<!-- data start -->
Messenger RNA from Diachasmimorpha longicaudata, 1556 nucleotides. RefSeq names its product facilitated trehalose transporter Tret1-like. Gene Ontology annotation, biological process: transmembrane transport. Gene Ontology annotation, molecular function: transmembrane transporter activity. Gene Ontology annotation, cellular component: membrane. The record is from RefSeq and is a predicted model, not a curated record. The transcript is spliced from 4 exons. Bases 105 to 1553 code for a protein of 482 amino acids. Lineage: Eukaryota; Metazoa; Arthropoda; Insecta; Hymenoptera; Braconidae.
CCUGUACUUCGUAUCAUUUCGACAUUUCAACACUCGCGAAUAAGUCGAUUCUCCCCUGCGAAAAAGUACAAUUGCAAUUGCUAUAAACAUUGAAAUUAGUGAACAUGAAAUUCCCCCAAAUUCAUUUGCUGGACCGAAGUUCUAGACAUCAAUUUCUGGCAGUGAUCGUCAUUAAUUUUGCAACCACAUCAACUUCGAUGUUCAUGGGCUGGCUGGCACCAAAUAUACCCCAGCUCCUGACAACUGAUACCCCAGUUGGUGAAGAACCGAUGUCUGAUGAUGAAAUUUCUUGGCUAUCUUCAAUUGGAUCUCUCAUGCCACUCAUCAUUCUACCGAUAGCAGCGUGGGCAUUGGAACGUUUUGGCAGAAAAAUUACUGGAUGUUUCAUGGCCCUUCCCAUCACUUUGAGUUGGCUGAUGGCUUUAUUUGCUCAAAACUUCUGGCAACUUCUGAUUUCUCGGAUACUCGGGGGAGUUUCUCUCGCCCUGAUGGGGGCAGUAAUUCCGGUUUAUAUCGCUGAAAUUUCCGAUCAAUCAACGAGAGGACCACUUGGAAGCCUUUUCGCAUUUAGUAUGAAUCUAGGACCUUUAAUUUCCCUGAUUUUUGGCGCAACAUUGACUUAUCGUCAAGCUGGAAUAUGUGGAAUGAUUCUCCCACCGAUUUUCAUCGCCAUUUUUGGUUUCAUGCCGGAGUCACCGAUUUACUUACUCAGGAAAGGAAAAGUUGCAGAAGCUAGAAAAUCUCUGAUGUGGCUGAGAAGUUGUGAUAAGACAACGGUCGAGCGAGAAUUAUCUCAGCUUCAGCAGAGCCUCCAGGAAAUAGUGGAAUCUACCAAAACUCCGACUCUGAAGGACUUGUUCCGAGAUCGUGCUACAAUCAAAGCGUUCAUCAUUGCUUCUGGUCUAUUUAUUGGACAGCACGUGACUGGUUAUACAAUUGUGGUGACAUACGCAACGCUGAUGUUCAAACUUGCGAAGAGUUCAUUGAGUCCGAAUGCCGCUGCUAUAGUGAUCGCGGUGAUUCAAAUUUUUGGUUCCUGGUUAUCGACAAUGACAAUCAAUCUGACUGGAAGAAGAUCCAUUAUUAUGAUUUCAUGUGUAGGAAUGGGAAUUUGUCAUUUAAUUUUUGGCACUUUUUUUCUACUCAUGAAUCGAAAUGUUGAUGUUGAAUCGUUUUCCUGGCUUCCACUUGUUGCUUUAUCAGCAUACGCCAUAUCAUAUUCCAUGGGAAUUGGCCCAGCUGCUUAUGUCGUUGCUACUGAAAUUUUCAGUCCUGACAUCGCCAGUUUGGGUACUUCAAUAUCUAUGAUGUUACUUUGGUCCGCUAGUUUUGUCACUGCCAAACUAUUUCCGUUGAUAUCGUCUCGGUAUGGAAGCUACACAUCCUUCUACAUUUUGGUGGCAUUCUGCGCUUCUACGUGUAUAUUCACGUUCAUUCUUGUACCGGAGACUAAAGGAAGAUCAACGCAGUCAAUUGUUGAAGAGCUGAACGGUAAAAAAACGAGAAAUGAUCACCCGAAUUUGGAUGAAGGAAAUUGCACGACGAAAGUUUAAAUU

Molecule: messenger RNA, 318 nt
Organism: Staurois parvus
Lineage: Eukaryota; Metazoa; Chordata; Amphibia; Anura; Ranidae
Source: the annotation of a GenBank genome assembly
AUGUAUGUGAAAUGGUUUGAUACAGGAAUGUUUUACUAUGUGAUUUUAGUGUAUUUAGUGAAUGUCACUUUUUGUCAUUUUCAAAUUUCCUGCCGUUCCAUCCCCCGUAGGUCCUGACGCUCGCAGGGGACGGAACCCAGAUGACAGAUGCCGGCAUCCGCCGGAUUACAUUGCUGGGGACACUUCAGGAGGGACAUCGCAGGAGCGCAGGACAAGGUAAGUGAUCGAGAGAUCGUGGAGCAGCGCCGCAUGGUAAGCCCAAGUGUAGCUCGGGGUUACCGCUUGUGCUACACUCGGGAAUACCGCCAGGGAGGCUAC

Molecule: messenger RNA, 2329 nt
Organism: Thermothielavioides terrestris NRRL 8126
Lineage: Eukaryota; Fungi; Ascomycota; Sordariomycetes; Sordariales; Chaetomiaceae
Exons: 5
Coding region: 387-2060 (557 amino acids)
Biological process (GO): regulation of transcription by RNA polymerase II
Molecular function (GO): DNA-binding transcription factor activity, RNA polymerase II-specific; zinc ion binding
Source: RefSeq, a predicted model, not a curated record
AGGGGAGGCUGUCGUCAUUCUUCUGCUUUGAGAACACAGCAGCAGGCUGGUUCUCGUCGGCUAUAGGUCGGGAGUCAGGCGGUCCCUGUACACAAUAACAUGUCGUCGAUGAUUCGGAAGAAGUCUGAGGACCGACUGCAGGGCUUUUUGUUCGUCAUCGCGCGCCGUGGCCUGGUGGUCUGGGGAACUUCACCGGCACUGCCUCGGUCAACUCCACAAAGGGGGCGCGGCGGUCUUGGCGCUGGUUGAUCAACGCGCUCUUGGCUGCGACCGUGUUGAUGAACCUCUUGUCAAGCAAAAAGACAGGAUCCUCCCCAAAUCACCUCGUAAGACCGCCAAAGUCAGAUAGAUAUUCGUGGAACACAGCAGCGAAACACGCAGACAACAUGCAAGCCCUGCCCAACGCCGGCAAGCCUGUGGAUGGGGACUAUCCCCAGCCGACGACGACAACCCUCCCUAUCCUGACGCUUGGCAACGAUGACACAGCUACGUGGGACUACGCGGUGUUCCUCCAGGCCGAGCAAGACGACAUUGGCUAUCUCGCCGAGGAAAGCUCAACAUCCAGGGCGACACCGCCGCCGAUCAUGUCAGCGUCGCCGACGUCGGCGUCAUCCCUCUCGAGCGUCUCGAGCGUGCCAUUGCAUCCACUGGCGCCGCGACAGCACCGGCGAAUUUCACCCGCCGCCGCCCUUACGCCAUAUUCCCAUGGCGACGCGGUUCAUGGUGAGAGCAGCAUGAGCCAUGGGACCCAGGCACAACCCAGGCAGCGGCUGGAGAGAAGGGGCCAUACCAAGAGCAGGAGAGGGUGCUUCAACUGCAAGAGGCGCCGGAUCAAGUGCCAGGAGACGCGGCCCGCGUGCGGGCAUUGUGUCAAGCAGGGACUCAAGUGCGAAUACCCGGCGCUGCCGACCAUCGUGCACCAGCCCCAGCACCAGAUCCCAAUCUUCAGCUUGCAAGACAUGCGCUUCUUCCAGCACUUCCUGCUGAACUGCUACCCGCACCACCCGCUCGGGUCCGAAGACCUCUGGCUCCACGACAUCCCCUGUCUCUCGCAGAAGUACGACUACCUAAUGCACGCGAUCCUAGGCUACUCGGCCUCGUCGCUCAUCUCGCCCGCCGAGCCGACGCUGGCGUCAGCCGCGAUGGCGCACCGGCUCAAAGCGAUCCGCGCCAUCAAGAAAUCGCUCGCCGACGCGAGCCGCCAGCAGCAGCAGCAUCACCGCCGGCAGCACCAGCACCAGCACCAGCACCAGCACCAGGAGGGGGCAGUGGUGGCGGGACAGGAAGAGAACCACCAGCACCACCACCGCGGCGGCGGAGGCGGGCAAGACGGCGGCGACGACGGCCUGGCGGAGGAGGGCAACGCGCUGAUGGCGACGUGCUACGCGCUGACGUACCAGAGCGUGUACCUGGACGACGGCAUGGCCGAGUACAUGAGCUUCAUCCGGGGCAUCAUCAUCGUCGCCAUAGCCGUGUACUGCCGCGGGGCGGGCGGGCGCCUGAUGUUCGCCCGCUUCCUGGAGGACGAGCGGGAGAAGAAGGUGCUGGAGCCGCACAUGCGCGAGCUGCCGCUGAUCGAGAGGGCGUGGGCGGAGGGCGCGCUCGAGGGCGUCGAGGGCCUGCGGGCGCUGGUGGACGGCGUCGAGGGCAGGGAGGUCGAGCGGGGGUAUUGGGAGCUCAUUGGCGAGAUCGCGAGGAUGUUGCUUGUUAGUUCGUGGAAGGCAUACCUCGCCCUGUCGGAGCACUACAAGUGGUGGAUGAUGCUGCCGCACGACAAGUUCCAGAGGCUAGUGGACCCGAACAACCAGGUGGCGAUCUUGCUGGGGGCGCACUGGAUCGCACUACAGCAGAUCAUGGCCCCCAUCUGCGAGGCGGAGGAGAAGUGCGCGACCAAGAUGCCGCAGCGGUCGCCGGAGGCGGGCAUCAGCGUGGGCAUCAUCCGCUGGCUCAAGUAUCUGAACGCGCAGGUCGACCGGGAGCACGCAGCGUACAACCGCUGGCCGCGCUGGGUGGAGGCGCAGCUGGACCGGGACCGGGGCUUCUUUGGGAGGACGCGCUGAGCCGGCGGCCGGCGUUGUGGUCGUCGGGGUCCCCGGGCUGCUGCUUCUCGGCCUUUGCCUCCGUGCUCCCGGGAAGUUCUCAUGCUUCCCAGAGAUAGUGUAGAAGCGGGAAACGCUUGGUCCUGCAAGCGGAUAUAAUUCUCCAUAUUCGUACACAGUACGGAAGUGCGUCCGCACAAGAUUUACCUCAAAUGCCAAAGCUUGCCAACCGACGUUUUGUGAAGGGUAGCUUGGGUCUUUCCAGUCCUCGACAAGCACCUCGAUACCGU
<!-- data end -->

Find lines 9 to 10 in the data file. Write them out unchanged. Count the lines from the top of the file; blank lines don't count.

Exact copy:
Organism: Thermothielavioides terrestris NRRL 8126
Lineage: Eukaryota; Fungi; Ascomycota; Sordariomycetes; Sordariales; Chaetomiaceae